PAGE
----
A 2001 Colorado study cited the state of Montana’s off-road vehicle public education program as a model to emulate. According to the Colorado study, Montana’s “On the Right Trail” program “provided a list of key behavioral traits that define an ‘ethical hunter’ — with several of these related to proper OHV use.” However, as discussed above, the more recent Montana study revealed a significant disregard for the rules among many off-road vehicle riders, pointing to the ineffectiveness of the state’s education program. This supports the key conclusion of the Colorado study: “information and education per se – will not result in substantial behavioral change” (emphases in original).
Monaghan and Associates, a marketing research firm, conducted the 2001 study at the behest of the Colorado Coalition for Responsible OHV Riding, a coalition of off-road vehicle representatives, environmentalists and public officials. Researchers surveyed Colorado off-road vehicle riders through a series of three focus groups.
Monaghan and Associates found that the majority of off-roaders understand that staying on designated routes is “fundamental trail etiquette” and that going off trail is not “correct” off-road vehicle behavior. The survey revealed, however, that regardless of this knowledge “as many as two-thirds of adult users go off the trail occasionally.” A significant percentage of riders, 15-20%, admitted to frequently breaking the rules and riding off of legal routes often. Survey participants also stated that “others” ride off-route and cause most of the damage.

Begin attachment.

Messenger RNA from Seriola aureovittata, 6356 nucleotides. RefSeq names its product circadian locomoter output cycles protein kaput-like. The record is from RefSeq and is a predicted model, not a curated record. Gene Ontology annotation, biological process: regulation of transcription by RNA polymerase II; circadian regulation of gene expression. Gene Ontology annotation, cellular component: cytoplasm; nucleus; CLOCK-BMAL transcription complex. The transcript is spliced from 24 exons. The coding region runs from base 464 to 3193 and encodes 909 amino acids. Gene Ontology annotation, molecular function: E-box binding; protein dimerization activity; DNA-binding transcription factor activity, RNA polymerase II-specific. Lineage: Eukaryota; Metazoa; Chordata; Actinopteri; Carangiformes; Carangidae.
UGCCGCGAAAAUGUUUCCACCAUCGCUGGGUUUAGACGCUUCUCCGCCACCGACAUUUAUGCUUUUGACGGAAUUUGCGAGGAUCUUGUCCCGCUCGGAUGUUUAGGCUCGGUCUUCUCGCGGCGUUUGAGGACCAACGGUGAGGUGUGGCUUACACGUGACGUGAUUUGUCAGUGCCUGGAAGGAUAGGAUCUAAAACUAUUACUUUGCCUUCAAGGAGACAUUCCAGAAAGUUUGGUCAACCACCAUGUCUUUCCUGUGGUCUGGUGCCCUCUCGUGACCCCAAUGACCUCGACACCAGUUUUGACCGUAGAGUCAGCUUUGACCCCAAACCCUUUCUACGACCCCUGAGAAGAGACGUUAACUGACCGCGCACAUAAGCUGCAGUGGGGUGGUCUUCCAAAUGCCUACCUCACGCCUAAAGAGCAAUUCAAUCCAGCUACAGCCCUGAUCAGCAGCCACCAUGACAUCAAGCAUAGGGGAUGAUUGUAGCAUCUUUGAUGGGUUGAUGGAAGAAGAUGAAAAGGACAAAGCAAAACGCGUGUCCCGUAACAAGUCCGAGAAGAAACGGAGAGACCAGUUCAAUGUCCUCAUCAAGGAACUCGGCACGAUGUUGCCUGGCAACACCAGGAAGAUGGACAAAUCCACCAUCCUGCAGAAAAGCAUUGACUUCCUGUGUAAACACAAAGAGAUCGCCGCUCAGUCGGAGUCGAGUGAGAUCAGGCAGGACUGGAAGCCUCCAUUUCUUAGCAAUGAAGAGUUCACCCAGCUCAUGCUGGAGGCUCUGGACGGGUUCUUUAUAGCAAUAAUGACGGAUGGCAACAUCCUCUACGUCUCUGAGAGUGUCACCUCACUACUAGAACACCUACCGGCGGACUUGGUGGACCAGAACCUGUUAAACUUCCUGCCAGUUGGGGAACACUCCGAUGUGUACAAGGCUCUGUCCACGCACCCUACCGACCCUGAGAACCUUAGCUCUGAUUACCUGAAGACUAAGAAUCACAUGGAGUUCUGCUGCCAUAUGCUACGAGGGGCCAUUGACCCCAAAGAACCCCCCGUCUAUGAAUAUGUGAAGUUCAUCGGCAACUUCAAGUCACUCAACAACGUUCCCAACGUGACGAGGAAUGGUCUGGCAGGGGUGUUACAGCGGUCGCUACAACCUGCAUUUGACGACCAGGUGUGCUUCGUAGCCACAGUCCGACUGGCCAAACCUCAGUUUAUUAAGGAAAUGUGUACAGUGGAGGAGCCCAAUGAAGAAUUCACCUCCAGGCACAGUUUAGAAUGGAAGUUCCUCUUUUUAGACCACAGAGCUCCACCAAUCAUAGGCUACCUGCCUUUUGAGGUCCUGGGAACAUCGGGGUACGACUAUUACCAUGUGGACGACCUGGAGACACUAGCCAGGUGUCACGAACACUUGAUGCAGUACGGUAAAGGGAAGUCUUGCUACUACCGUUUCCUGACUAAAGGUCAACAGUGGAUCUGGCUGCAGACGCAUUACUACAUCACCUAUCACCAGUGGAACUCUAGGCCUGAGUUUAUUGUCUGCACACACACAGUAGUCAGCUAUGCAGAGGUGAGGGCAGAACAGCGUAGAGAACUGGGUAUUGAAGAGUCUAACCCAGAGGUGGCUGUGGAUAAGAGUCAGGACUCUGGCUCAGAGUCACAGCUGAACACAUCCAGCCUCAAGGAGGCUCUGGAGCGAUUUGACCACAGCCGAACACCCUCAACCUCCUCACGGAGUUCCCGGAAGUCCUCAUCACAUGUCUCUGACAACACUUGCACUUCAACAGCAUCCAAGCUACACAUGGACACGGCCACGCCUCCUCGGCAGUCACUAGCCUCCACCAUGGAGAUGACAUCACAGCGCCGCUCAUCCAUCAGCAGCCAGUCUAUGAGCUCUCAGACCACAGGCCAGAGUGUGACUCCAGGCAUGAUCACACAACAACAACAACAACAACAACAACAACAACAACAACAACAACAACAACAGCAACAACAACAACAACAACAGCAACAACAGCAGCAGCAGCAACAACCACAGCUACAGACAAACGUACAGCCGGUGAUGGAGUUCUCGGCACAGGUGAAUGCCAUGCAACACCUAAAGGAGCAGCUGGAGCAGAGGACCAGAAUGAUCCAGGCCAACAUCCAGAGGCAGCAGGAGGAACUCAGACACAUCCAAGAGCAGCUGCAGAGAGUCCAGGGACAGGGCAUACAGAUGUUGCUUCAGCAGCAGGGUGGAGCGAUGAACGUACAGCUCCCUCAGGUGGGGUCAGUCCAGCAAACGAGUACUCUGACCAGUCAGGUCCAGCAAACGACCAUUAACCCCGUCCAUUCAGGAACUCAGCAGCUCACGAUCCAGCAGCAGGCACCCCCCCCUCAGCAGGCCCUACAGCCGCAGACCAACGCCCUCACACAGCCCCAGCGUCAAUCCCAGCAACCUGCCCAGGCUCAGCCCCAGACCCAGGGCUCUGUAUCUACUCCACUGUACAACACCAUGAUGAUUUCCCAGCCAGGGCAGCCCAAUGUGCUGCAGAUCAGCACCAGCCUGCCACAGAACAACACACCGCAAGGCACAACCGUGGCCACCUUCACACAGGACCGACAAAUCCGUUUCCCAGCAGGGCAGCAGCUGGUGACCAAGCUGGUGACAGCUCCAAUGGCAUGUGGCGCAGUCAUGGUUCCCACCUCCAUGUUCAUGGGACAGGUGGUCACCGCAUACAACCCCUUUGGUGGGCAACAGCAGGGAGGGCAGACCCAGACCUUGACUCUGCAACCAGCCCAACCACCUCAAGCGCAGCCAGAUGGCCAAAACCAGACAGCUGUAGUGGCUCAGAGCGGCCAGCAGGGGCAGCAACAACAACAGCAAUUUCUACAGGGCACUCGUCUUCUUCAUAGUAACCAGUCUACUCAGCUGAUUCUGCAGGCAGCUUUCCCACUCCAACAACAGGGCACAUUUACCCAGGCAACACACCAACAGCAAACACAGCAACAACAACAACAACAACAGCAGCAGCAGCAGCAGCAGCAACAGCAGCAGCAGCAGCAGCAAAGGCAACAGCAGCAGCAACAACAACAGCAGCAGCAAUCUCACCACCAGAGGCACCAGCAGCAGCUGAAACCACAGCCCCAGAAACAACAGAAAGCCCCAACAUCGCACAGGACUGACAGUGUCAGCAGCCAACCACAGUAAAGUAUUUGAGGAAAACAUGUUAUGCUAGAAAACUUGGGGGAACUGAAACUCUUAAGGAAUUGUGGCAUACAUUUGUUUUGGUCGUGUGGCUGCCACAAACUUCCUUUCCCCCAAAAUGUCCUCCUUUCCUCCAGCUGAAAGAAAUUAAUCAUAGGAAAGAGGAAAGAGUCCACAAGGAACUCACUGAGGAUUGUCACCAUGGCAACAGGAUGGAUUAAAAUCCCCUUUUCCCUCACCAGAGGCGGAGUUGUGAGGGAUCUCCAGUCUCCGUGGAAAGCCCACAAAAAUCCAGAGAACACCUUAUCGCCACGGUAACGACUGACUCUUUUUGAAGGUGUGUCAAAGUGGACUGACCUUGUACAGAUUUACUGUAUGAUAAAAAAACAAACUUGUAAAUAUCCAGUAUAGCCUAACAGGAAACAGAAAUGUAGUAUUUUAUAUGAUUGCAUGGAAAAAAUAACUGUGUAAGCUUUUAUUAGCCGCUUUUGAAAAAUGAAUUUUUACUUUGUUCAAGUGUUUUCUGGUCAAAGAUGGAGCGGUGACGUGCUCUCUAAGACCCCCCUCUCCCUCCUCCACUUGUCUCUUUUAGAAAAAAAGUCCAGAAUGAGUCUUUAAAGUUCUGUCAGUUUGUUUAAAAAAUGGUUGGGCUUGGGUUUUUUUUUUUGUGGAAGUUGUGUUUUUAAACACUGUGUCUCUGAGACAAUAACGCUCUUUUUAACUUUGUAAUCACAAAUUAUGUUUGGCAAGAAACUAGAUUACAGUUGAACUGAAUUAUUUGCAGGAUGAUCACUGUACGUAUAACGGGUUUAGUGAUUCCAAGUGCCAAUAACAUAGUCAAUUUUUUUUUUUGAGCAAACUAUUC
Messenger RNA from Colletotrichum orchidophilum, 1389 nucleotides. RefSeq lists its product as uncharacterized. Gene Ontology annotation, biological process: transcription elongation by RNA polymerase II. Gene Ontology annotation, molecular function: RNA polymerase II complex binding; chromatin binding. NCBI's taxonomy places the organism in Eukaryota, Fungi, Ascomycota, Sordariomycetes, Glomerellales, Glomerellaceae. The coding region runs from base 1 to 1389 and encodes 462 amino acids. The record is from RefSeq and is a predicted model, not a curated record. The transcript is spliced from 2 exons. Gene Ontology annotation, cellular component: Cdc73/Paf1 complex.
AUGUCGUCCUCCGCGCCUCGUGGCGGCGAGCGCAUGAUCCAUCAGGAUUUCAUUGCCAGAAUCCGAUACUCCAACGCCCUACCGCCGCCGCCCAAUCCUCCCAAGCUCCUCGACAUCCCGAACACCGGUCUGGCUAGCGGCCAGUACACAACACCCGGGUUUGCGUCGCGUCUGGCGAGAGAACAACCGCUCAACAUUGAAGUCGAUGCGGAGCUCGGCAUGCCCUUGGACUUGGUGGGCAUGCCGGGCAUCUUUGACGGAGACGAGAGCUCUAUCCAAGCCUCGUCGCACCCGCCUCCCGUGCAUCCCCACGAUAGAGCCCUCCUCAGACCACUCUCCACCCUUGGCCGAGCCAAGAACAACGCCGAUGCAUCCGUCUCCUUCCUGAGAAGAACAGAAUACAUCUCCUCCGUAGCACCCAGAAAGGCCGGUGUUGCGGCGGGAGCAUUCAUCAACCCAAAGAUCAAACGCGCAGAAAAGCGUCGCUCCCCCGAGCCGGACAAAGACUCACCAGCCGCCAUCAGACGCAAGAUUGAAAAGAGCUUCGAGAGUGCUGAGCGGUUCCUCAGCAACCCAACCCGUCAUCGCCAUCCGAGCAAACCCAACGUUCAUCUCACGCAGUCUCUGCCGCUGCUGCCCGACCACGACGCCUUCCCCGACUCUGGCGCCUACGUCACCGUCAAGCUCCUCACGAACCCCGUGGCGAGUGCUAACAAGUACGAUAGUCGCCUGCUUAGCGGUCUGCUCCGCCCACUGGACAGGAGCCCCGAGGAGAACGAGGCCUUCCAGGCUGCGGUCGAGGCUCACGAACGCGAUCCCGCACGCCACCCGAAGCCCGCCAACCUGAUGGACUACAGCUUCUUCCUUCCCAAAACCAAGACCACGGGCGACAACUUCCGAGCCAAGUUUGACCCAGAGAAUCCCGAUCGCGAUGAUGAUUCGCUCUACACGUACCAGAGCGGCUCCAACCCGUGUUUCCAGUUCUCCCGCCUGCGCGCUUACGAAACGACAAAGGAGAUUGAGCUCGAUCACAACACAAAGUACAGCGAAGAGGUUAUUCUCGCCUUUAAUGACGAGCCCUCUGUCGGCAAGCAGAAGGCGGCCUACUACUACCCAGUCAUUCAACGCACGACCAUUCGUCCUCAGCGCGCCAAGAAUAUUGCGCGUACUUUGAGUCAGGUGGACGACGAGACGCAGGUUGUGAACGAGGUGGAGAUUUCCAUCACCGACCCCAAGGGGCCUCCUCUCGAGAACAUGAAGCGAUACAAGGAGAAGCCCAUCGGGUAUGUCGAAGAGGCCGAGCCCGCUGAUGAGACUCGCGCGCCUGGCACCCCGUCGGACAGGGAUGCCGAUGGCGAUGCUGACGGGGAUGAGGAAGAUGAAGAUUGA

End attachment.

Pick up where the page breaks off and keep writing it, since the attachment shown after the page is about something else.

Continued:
In a separate study, the Utah Division of Parks & Recreation commissioned Utah State University to survey riders to determine their “OHV uses and owner preferences.” The university conducted a telephone survey of 335 riders from a random sample of the 50,676 people who registered off-road vehicles with the state in 2000.
The Utah report reveals that a high percentage of riders prefer to ride “off established trails” and did so on their last outing. Of the ATV riders surveyed, 49.4% prefer to ride off established trails, while 39% did so on their most recent excursion. Of the dirt bike riders surveyed, 38.1% prefer to ride off established trails, while 50% rode off established trails on their most recent excursion.